- Low income communities and communities of color are already disproportionately impacted by contaminated water. Contaminated water can cause a variety of health problems, especially for children. Repealing the Clean Water Rule could put many of these communities at further risk. (source)
- The health crisis around lead contamination in Flint justifiably grabbed headlines. However, Flint is not alone; many communities nationwide are facing similar challenges. Instead of repealing the common sense Clean Water Rule, the administration should be focusing on what actions they can take to ensure all communities have access to safe, clean drinking water.
Rolling back water protections is bad for our health
- By slashing clean water safeguards, the President and Scott Pruitt are putting the health of hundreds of millions of us at risk.
- Few things are more fundamental to our health than the water we drink. No one should have to worry about pollution when they turn on the tap. But that is exactly what could happen if the Trump Administration succeeds in repealing the Clean Water Rule and replacing it with a rule that will cut the heart out of the Clean Water Act.
- Small and rural communities, who rely on private wells or whose water systems lack the resources to deal with polluted sources, may be hit the hardest by the roll back.
Protecting rivers and streams is essential to our heritage and we must pass our legacy of stewardship on to the next generation
- This is the biggest threat to our water in a generation. On top of the President’s proposed budget that decimates our water protection programs, the Trump Administration’s reckless and rushed repeal of the Clean Water Rule compounds the potential damage to our precious waterways.
- Clean water is essential to the outdoor economy. In 2011, hunters spent $34 billion, anglers spent $41.8 billion, and wildlife watchers spent $55 billion. Repealing the Clean Water Rule and attacking the Clean Water Act puts our economy at risk. (source)
- Anglers and hunters know that clean water is essential to fish and wildlife. Repealing the Clean Water Rule will put streams and wetlands throughout the country at risk of pollution and destruction.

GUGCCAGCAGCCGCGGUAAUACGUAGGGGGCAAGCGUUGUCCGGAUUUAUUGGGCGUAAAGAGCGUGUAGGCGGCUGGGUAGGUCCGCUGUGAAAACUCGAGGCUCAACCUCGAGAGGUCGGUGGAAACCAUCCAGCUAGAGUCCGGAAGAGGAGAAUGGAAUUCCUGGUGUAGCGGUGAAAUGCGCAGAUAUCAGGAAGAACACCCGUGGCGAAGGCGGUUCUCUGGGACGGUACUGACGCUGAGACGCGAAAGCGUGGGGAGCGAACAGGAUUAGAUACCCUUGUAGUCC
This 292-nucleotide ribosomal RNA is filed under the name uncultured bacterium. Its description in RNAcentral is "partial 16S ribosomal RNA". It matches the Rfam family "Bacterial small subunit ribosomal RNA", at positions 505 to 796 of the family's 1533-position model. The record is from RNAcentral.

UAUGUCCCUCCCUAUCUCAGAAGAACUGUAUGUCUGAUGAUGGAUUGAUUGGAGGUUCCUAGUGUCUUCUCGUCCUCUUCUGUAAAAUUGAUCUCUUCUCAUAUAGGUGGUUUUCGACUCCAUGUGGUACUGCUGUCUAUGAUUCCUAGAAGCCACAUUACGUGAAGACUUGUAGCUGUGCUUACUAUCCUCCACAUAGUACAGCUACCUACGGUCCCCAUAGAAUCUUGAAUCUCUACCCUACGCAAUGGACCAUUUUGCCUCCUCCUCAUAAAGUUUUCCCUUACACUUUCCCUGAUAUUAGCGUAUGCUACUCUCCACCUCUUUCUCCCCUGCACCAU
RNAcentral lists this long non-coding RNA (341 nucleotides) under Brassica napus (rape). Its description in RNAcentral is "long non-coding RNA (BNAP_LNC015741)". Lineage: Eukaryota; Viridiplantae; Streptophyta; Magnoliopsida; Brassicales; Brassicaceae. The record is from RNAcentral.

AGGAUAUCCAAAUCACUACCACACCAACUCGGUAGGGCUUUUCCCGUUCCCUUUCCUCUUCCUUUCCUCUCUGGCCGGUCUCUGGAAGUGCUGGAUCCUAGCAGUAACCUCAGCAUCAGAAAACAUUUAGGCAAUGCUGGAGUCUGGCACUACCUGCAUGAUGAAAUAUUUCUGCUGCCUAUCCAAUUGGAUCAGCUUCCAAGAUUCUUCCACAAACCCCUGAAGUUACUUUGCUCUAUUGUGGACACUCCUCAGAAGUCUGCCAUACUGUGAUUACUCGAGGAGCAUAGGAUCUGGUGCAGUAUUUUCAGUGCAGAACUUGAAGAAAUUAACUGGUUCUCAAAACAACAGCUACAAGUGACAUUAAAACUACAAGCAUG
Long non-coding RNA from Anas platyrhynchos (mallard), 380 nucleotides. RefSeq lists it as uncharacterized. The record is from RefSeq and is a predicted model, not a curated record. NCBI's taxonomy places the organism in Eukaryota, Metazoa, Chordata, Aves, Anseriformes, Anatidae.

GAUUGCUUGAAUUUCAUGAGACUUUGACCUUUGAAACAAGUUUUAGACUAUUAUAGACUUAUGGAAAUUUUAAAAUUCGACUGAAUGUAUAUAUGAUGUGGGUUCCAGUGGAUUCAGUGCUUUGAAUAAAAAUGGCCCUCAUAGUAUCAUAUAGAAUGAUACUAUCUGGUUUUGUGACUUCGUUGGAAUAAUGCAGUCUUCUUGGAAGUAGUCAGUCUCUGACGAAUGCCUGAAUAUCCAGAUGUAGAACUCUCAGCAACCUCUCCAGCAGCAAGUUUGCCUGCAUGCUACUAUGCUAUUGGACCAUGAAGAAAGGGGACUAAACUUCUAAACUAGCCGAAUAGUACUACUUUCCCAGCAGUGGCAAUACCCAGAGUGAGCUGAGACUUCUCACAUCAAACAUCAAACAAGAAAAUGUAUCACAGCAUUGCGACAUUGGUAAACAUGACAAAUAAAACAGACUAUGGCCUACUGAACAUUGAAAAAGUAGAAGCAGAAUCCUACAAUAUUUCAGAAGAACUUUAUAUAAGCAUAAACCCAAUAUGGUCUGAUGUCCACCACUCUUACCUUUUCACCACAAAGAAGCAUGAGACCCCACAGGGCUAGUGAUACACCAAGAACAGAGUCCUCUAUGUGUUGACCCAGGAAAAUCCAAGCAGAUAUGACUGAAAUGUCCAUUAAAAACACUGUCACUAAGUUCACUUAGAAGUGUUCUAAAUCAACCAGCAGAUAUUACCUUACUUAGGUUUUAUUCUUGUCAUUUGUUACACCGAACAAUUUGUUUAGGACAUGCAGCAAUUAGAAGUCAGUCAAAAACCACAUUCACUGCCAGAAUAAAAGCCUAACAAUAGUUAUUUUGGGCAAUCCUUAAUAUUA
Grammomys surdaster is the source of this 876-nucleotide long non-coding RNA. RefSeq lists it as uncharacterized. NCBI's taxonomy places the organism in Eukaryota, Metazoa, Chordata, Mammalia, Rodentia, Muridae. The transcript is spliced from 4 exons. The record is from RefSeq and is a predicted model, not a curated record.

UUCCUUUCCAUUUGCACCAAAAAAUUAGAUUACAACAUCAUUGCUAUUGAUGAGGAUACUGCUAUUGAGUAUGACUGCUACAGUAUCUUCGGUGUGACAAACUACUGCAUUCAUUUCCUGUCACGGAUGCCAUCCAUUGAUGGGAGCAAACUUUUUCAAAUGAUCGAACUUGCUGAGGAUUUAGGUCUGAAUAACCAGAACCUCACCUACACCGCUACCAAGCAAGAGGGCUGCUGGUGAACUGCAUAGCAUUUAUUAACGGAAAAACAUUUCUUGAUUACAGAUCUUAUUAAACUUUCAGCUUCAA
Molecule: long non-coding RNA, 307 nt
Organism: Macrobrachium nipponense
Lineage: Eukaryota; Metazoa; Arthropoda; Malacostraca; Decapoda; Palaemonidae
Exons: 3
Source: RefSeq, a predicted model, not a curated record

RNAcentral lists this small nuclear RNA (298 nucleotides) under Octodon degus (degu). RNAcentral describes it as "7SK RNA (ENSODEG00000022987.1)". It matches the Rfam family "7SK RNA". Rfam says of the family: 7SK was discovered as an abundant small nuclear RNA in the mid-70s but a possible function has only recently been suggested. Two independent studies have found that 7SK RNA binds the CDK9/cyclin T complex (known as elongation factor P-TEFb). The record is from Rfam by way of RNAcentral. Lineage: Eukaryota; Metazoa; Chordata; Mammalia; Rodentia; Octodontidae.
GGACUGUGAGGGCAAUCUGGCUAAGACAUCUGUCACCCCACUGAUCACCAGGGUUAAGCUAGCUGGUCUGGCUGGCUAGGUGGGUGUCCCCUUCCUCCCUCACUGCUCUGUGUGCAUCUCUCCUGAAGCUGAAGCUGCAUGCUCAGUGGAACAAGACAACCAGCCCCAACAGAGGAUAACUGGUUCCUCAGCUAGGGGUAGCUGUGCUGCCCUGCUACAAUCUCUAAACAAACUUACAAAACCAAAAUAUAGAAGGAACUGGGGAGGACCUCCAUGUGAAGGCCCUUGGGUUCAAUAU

The Clean Water Rule is about stopping pollution before it happens
- People suffer when polluters get free passes to destroy our rivers and drinking water sources, which is exactly what repealing the Clean Water Rule will do. We need to be doing more, not less, to rein in polluters and stop pollution at the source.
- Families will not accept a future of more polluted rivers and more dirty water flowing through our taps, our communities, and our bodies. The Trump Administration underestimates how much the public cares about commonsense protections for clean water.
- Repealing the Clean Water Rule is another step in a polluter-powered assault on public health and our communities.
The Clean Water Rule followed a robust public process
- Before finalizing the Clean Water Rule in 2015, EPA held more than 400 meetings with stakeholders across the country and published a synthesis of more than 1200 peer-reviewed scientific publications, which showed that the small streams and wetlands the Rule safeguards are vital to larger downstream waters. That won’t be the case under Scott Pruitt’s EPA.
- Pruitt plans to ram through the repeal of the Clean Water Rule, then propose and finalize a less protective rule in less than a year. This won’t allow for meaningful consideration or proper public engagement.
- Rolling back the rule will result in the same regulatory confusion that resulted in broad-based calls for clarity about which of our nation’s waterways the Clean Water Act protects. Rolling back the rule is bad governance, bad for businesses who rely on regulatory certainty, and bad for our communities that deserve clean water.